Molly Fredeen 0

Student Compensation

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We, the students of UNBC, are demanding that we receive monetary compensation for the financial losses generated by the Faculty Job Action. This compensation should include monetary remuneration that is the equivalent of tuition for all classes missed during the duration of the strike. The reason for this is because we have paid for a full term of education from the university and are not receiving this. Any money paid in tuition is therefore not being used for its intent and is instead excess income for the university.

Good business practice requires that you reimburse customers for their losses if the services are cut due to management issues. Refusal to do so will have negative impacts on UNBC enrolment and also send a negative image of the university’s relationship with students to the rest of British Columbia. If a business does not compensate their customers for their losses, those customers and marketed audiences will cease to trust that business.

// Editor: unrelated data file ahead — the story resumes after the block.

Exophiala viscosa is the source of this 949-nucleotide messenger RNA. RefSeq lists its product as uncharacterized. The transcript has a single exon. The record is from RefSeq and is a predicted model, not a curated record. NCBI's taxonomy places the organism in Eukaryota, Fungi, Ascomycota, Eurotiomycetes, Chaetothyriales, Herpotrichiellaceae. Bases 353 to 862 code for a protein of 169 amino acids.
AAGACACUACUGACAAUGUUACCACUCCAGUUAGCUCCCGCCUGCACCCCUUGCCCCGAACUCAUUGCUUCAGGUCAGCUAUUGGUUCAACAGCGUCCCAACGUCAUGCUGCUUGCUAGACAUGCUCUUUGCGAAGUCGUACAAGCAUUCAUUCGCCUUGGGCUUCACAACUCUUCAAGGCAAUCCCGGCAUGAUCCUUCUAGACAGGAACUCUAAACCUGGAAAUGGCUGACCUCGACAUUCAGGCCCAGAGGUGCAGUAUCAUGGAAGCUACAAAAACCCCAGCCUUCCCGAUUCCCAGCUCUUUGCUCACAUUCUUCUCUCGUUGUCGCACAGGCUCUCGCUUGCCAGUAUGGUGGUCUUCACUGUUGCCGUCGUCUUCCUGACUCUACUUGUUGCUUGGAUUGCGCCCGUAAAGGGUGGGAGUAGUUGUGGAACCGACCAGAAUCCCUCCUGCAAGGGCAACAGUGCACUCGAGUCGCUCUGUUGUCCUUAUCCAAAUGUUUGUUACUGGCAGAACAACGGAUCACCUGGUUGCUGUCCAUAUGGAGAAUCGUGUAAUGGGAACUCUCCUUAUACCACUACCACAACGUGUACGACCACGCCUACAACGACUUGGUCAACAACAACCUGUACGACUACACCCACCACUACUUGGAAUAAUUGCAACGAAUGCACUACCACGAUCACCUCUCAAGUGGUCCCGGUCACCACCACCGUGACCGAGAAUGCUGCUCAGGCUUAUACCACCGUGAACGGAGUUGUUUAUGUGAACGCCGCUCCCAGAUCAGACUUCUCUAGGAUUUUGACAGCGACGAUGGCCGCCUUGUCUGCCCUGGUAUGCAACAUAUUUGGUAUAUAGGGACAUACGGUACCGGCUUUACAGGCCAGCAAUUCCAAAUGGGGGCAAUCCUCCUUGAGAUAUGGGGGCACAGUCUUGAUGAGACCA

In the event that the semester is cancelled, we the students of UNBC demand that the administration provide a severance package to students. This should include the assertion that students who wish to withdraw from the winter semester of 2015 are not penalized on their transcripts and monetary bursaries. In addition to the severance package, we demand that administration consider awarding students with their full winter semester 2015 credit hours with no penalty on the GPA in addition to considerations of extending the semester and allowing students to challenge exams. These two items protect students with course work and practicums from suffering further due to the disagreement between the Faculty Association and Administration. If full credit is not given or made obtainable, students will not graduate from UNBC this year. The refusal to award credit, provide end-of-semester options for students, or to provide a severance package will impact UNBC enrollment by strongly deterring prospective students and returning students. If there is no graduating class in 2015, which is the university’s 25th anniversary, the school administration will send a negative image of the university to the rest of British Columbia and Canada.

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